Shame Is an Ocean I Swim Across Mary Lambert
book reviews

No-Spoilers Review of Shame Is An Ocean I Swim Across by Mary Lambert

Mary Lambert Shame is an Ocean I Swim Across

Shame Is An Ocean I Swim Across by Mary Lambert
Publishing Details: Feiwel & Friends, October 2018
Pages: 170
Back-of-the-Book Summary: Beautiful and brutally honest, Mary Lambert’s poetry is a beacon to anyone who’s ever been knocked down—and picked themselves up again. In verse that deals with sexual assault, mental illness, and body acceptance, Ms. Lambert’s Shame Is an Ocean I Swim Across emerges as an important new voice in poetry, providing strength and resilience even in the darkest of times.
Rating: Pink and Gold Rating StarPink and Gold Rating StarPink and Gold Rating StarPink and Gold Rating StarPink and Gold Rating Star

Initial Thoughts:

When I first heard Mary Lambert was releasing a book of poetry, I knew I needed to read it. The cover is beautiful, the title is perfect, and honestly, my first thought when I finally bought the book was “Oh yeah, this is gonna fuck me up.”

What I Liked:

Everything. Seriously. But because this is a book review and not a diary entry, I will try to explain what exactly it is that I love about literally everything in this book. First, the titles of her poems are exquisite. “Jesus Loves My Crop Top,” “I Am Asking You To Be a Crowbar,” and “Depression is Finding a Peanut Under Your Boob in the Shower, When You Don’t Remember Eating Peanuts” are just some of my favorites. They’re witty in the precise way that shame makes a person witty. It’s impossible for you to to come straight out with your feelings, even in a book of poetry, because you’ve been trained to be ashamed of them, so you make a little joke to make everyone feel more comfortable. The titles of these poems call to me on a spiritual level.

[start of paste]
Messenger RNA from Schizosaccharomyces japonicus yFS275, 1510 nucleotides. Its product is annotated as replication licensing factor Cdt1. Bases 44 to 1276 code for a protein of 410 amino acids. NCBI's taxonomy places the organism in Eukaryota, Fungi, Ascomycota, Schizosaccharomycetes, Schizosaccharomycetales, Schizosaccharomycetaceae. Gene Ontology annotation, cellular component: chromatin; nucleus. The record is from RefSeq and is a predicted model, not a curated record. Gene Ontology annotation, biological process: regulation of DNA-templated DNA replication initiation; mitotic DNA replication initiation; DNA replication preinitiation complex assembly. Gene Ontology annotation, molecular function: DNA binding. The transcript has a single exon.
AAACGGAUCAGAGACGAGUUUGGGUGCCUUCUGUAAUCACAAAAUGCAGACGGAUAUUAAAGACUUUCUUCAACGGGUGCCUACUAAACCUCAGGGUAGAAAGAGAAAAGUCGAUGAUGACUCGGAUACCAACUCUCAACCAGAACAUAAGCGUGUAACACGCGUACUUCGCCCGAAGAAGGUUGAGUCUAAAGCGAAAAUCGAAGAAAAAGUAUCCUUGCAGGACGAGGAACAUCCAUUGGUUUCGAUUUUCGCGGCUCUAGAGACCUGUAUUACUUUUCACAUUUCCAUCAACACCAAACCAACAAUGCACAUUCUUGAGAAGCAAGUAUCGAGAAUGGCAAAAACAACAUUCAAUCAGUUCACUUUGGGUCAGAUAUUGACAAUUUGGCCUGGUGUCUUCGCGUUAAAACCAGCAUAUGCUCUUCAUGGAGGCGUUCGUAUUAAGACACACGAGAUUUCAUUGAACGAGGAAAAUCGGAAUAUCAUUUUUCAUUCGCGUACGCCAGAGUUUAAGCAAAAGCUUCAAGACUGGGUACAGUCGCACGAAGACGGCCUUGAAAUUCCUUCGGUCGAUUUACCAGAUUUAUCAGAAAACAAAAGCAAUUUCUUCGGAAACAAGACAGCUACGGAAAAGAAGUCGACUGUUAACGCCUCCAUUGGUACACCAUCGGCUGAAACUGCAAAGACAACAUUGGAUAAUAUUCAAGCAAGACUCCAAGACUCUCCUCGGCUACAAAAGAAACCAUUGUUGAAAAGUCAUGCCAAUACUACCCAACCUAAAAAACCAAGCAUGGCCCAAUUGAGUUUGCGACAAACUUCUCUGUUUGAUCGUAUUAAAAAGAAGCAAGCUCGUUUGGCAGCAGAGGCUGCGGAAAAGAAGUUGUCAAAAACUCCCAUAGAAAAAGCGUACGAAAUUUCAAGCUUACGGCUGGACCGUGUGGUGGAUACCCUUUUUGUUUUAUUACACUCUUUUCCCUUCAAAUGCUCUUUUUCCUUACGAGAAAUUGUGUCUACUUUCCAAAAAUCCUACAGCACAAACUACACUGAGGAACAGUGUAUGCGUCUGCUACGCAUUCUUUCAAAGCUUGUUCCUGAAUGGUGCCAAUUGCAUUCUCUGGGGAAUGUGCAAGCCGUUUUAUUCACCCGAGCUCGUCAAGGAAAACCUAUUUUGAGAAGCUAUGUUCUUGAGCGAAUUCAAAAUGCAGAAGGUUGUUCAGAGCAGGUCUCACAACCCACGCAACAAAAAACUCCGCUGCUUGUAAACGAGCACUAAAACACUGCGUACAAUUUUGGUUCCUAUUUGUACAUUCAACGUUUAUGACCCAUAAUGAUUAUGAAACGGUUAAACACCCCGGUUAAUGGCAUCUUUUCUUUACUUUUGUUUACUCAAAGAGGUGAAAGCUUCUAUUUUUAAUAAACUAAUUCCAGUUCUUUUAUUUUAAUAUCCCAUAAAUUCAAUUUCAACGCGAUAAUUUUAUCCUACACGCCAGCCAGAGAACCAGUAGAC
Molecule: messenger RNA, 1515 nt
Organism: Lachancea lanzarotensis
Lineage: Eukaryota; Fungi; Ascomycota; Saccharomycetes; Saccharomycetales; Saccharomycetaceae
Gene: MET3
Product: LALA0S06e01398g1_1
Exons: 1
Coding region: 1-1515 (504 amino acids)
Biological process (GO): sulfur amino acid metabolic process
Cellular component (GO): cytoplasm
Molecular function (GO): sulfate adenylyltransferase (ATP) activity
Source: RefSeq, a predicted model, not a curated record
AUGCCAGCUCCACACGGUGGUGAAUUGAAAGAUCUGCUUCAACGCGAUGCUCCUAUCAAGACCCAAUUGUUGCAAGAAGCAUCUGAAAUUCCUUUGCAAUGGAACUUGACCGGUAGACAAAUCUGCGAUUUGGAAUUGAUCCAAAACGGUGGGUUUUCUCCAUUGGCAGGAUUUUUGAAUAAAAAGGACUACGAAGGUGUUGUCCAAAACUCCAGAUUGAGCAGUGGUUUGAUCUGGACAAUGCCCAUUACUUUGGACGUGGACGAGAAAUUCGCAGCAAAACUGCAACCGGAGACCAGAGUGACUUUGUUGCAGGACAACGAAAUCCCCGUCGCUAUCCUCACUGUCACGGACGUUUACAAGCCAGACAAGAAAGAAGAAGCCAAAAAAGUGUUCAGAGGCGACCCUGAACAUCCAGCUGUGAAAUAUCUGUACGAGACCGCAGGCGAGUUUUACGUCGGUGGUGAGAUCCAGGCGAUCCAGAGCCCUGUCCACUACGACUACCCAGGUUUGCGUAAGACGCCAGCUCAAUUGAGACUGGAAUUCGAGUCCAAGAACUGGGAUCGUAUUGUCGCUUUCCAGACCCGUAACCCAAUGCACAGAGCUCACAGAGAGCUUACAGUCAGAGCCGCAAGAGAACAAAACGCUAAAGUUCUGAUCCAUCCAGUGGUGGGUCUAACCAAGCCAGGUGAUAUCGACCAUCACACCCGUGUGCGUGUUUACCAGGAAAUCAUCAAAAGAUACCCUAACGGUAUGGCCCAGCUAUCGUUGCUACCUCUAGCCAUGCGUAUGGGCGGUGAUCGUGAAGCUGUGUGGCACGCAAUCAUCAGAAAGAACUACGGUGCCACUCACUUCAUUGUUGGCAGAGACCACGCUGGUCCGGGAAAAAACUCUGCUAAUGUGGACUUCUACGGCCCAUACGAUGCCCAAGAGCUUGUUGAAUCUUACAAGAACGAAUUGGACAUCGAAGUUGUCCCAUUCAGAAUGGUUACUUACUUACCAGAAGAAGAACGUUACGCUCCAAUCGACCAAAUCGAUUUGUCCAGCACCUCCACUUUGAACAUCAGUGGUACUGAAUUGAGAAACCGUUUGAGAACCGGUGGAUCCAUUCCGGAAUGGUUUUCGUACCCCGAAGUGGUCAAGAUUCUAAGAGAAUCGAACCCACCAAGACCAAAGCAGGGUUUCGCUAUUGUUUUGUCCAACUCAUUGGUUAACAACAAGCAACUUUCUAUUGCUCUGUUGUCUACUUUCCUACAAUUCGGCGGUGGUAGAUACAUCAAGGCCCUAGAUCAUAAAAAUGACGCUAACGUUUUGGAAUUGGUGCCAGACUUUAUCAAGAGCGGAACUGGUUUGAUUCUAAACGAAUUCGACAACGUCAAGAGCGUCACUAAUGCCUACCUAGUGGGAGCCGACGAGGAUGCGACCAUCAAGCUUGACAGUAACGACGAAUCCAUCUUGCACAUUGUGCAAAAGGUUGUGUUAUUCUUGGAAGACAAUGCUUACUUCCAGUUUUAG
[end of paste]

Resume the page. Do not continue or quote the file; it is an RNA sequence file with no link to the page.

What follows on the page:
Second, the flow of Shame Is an Ocean I Swim Across is perfect. Lambert deals with a lot of heavy stuff pretty directly, and even though it sometimes felt like she was taking the words directly out of my own shame-brain, all that heavy stuff can make a book hard to read sometimes. Lambert doesn’t shy away from difficult topics, but she does understand how to pace them so that the reader can fully absorb and appreciate them without getting overwhelmed and simply putting the book down.

Third, the shame she mentions in the title is truly the theme of each and every poem in some way, but it never gets repetitive or heavy-handed. Shame is such a multifaceted monster, so in a way it makes sense that she could publish an entire book about it, but it takes an incredible amount of self-awareness and vulnerability to present that shame in so many of its different forms the way Lambert does.

Finally, I simply love the way Lambert approaches poetry. She doesn’t quite write in the brief, earnest snapshots made popular by Rupi Kaur, but her writing is still accessible and open in a way that much contemporary poetry isn’t. This book isn’t just for “poetry people”—it’s for people dealing with their own personhood and working to accept, and even love, who they are.

What I Disliked:

I promise I’ll stop doing this someday when I start reading worse books, but I honestly can’t think of anything I disliked about Shame Is an Ocean I Swim Across. Maybe I should be more discerning, but I don’t see anything wrong with calling a spade a spade, and the fact is, I really loved everything about this book.

You Might Like This Book If…

  • …you deal with internalized shame and want to see your feelings poured out onto the page
  • …you love Mary Lambert’s music and want to see what her poetry is all about
  • …you’re looking to get into the poetry scene but you’re kind of intimidated and want to start with something you’ll understand and appreciate
  • …you’re already in the poetry scene and you’re looking for an amazing new voice

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